Dear Editor, I believe the proposed plans for building a £60m swimming pool in the centre of Birmingham are severely flawed and should be dropped immediately.
There is a general lack of interest around the country in swimming as a pastime, and many councils are wisely closing costly, unprofitable and decaying swimming pools almost on a weekly basis, yet blinkered Birmingham City Council wants to jump in at the deep end and spend vast amounts of ratepayers’ money on a white elephant. Make no mistake, if this venture goes ahead, Birmingham people will see their council tax repayments vastly increased to fund it. Private sector operators won’t be so anxious to throw their own money at a swimming pool which appeals to only a few patrons. Swimming pools are just not seen as lucrative investments,
The running costs, estimated at £400,000 per annum, have been plucked out of the sky! The annual wage bill alone, for management, office staff, maintenance workers, caterers, cashiers, swimming teachers, lifeguards, health & safety officers, security staff etc., would come to considerably much more than this figure.
The council has completely forgotten that the real operating costs, which would include rent and rates on a massive building in the most expensive part of the city, would be astronomical. The heating costs of the pool and building alone would be prohibitive, not to mention gas, electric, telephone, public liability insurance, on-going maintenance and many other costs which need to be accounted for.
Operating costs of well over £1.5m per annum would be a more realistic figure. Remember, the council is claiming that the operating costs may have to be met through cuts in the leisure services budget, together with the closure of other pools in the city. Other leisure services facilities will have to be looked at closely and trimmed, if not closed down altogether. Many sacrifices will have to be made in order to get this pool up and running.
Citizens cannot understand the obsession in wanting an expensive 50-metre pool when the council has seen fit to close many pools around the city in recent years. The vast majority of Birmingham’s ratepayers are not keen enough to go to their local pool in large enough numbers, anyway, to make their local pools financially viable.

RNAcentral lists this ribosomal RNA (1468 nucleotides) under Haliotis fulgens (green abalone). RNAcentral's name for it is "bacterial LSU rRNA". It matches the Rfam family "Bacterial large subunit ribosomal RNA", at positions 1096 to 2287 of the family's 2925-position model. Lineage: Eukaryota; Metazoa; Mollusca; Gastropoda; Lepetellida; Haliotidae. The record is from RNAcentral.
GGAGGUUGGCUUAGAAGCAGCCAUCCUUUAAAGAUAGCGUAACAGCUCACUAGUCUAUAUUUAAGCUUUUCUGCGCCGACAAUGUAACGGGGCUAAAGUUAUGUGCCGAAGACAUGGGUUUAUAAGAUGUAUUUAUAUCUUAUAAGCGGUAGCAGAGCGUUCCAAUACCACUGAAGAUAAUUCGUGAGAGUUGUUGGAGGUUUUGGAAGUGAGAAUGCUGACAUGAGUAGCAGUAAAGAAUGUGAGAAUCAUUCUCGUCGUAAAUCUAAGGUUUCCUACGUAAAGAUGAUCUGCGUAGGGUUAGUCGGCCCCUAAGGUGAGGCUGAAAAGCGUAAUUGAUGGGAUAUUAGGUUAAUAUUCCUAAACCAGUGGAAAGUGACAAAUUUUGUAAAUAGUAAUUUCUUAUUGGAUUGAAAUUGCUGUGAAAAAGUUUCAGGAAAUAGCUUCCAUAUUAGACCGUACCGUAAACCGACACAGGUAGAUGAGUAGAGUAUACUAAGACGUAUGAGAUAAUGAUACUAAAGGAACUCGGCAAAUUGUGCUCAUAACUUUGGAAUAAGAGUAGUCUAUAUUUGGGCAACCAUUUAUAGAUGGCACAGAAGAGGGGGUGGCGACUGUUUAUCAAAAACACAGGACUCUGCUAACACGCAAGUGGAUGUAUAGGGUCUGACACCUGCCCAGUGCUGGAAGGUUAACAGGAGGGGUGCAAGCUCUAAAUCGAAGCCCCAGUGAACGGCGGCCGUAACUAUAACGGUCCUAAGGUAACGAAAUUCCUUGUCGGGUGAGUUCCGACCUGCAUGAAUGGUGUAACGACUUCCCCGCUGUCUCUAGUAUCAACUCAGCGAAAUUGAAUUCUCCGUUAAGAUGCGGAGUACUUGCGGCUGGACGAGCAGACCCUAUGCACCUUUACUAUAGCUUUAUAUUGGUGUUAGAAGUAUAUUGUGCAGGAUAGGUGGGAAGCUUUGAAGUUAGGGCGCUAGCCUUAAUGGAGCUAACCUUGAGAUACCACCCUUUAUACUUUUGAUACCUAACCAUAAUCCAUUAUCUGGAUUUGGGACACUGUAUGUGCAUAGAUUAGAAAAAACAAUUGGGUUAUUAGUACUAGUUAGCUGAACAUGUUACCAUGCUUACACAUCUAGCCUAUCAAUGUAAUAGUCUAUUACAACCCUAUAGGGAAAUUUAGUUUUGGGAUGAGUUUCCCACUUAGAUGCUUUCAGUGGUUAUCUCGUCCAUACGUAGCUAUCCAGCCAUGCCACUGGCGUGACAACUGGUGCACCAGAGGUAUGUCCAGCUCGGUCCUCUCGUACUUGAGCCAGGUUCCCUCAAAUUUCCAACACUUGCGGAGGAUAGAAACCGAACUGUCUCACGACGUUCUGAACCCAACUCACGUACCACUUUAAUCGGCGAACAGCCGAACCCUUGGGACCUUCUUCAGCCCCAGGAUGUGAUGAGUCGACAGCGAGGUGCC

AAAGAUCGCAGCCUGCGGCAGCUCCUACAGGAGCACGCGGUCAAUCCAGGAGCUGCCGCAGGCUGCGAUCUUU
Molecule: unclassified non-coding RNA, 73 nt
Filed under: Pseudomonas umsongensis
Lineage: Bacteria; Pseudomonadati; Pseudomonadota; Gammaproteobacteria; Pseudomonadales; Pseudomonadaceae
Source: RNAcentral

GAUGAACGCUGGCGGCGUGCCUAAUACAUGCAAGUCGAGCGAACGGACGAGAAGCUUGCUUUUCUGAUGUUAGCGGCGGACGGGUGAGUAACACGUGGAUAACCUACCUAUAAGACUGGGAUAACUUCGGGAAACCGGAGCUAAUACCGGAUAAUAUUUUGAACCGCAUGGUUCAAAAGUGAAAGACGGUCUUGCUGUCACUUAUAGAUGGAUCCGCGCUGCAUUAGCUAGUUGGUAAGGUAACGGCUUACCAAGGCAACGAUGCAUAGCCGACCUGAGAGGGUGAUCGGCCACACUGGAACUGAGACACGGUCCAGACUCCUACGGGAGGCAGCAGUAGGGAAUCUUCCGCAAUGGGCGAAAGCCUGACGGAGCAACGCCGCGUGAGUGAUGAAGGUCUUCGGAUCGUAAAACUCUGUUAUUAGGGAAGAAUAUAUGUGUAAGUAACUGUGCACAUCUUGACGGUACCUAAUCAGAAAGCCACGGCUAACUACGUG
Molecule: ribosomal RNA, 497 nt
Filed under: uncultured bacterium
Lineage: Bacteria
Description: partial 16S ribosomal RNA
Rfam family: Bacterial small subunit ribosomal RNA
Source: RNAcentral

A 50-metre pool in the city would be the biggest waste of money ever seen, and the city’s ratepayers, who would never set foot inside the building, would be paying for this forever and a day.
Aid deserving Jaguar Land Rover needs to stop wasting money on ‘consultancy’
Dear Editor, I believe that Jaguar Land Rover (JLR) is more deserving of government aid than the fat cat banks who still aren’t passing on taxpayers’ loans to industry (Post, January 6).
However, the biggest issue for Dr Gordon Brown is whether JLR will stop wasting millions at its Whitley R&D centre. This former Rootes plant ought to be the jewel in the crown for JLR, yet how many times over the past 20 years has the management spent three or four times the money it actually needed on upgrades or new models?
How many of its staff are writing their MBAs and PhDs in company time instead of solving business problems?
Worst of all is how many millions has JLR wasted on “consultancy” from Warwick University?
The managements of most of the major manufacturing firms who used to be based in the West Midlands gave generous consultancy and training contracts to Warwick. Yet most of them have either relocated or gone bust.
If JLR wants government money, it has to show very quickly that it will bring its R&D budget under control. A start would be to move all management training back to Coventry Tech, which is vastly more cost effective. JLR’s managers would also meet a lot of real engineers there, which wouldn’t be a bad idea either.
Locally issued bonds are an idea worth more exploration
Dear Editor, The measures being considered by the shadow communities secretary follow a long line of such pronouncements and actions from Westminster and Whitehall.They all lacked any sense of coherence and vision which defines and locates the local in a national and sub national context.
The latest proposals acknowledge the need for a more innovative approach to local government finance.The suggestion a return to issuing municipal bonds could offer a way forward deserves scrutiny.The practise came to an end in the 80s as part of Westminster and Whitehall action to control local government.
The issuing of bonds does not need to be linked to their purchase solely by City of London and foreign financial institutions. As James Watkins from the West Midlands Business Council points out the issuing of bonds by public authorities to finance public works is commonplace in other parts of the world where there are a large pproportion of local purchasers.
Localise West Midlands (see www.localisewestmidlands.org) has for years been promoting the idea of bonds purchased locally to raise finance for major investments in West Midlands infrastructure including housing, transport and energy. This local approach would help ensure bond funding was recycled in the local and regional economies and build a much greater sense of local public ownership.
What such an approach requires is far greater freedom for democratically accountable local and regional authorities to determine priorities and raise finance to carry out the necessary works.
Labour and Conservative support for established and new large city and county authorities runs counter to the need for smaller town, city and regional elected authorities which are the norm in Europe, the USA, Japan and elsewhere and connect electorates to government.
A more localised approach to government and economic development is needed
Tipton Road, Woodsetton, Dudley.